- where multiple superannuation law provisions are breached, then the ATO will generally consider what is the primary contravention and remit the administrative penalty arising from secondary contravention. This is on the basis that the imposition of multiple penalties for one particular event is unjust. The primary contravention is determined based on the behavior and intention of the trustees.
For example, a SMSF loan to a member breaches section 65(1) of the SIS Act (loan rule) and also potentially section 84(1) of the SIS Act (in-house asset rules). In such a case the ATO considers the primary contravention is the breach of the loan rule.
Where a member access their superannuation benefits without meeting a condition of release then there is a breach of section 34(1) of the SIS Act (operating standards) and section 65(1)(b) (provision of financial assistance). In this situation the ATO considers the primary contravention is the breach of the operating standards.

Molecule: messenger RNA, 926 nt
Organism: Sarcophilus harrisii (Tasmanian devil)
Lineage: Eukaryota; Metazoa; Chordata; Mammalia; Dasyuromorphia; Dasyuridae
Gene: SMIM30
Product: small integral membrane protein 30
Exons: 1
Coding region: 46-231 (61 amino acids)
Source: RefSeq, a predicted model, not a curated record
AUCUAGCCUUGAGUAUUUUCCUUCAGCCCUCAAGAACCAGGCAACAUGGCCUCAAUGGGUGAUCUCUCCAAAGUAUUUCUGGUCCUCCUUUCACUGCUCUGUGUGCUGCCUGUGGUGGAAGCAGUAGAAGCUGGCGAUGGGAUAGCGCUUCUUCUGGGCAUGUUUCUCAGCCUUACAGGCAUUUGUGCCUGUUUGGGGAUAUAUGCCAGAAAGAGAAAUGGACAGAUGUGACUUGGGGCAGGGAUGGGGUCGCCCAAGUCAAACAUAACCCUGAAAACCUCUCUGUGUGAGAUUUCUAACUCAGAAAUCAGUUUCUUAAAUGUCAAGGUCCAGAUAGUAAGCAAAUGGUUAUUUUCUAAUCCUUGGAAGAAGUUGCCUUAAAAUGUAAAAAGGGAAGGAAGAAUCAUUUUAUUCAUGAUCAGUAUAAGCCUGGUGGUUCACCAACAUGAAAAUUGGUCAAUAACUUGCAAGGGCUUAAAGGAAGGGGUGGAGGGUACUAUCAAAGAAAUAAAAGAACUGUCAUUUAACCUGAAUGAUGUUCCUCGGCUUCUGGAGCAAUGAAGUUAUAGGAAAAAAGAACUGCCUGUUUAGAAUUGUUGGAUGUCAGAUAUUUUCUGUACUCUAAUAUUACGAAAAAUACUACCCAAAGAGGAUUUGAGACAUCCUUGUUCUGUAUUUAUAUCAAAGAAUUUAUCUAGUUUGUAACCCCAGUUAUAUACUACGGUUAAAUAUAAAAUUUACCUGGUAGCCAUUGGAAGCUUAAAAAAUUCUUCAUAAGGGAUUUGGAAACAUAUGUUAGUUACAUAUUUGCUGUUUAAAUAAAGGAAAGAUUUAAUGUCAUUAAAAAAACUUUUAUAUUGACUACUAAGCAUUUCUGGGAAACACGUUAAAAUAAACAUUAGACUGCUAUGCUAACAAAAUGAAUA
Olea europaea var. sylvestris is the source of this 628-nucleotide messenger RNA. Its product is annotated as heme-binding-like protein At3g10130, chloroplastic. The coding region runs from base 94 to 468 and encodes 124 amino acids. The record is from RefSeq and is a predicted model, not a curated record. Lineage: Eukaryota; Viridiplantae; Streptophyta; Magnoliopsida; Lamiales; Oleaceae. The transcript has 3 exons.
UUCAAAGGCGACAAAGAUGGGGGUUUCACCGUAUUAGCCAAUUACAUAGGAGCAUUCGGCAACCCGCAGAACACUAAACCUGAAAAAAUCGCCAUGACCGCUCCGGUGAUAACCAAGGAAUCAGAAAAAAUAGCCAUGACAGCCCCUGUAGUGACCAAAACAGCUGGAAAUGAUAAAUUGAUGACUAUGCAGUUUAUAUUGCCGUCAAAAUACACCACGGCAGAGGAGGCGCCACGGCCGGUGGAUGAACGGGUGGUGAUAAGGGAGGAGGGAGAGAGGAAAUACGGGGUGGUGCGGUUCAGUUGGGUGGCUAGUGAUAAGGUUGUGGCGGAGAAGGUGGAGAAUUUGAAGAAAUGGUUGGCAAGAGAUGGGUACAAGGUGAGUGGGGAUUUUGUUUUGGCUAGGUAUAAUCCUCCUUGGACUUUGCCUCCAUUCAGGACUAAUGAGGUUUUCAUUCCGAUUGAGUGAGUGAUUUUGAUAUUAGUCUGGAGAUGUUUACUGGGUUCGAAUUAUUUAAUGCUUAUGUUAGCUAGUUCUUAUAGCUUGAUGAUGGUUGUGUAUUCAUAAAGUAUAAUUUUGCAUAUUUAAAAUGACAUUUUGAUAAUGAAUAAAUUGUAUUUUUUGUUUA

Significantly, the Practice Statement indicates remission here depends on the circumstances of the case and remission should generally not be granted because of multiple penalties arising from one event in cases of fraud, evasion or egregious contraventions.
The penalty remission factors outlined in the Practice Statement are not exhaustive. The ATO describes its discretion to remit a penalty under section 298-20 of Schedule to the TAA in the Practice Statement as ‘unfettered’. This means that the ATO may remit the penalty in whole or part in any manner it wishes. However, this does not mean that the ATO can do anything it wants. Case law from tax cases indicates that the discretion should be exercised in light of the purpose behind the penalty provisions. Additionally the case law indicates that the relevant question is whether it is appropriate in an individual’s circumstances to remit. It is not necessary to show special circumstances for remission and remission may be appropriate where the outcome would be harsh in an individual’s particular circumstances. Although it is not necessary to show harshness for remission to occur.
A penalty remission decision must be provided in writing with and explanation. A SMSF trustee who is dissatisfied with a penalty remission decision may object and dispute it under Part IVC of the TAA.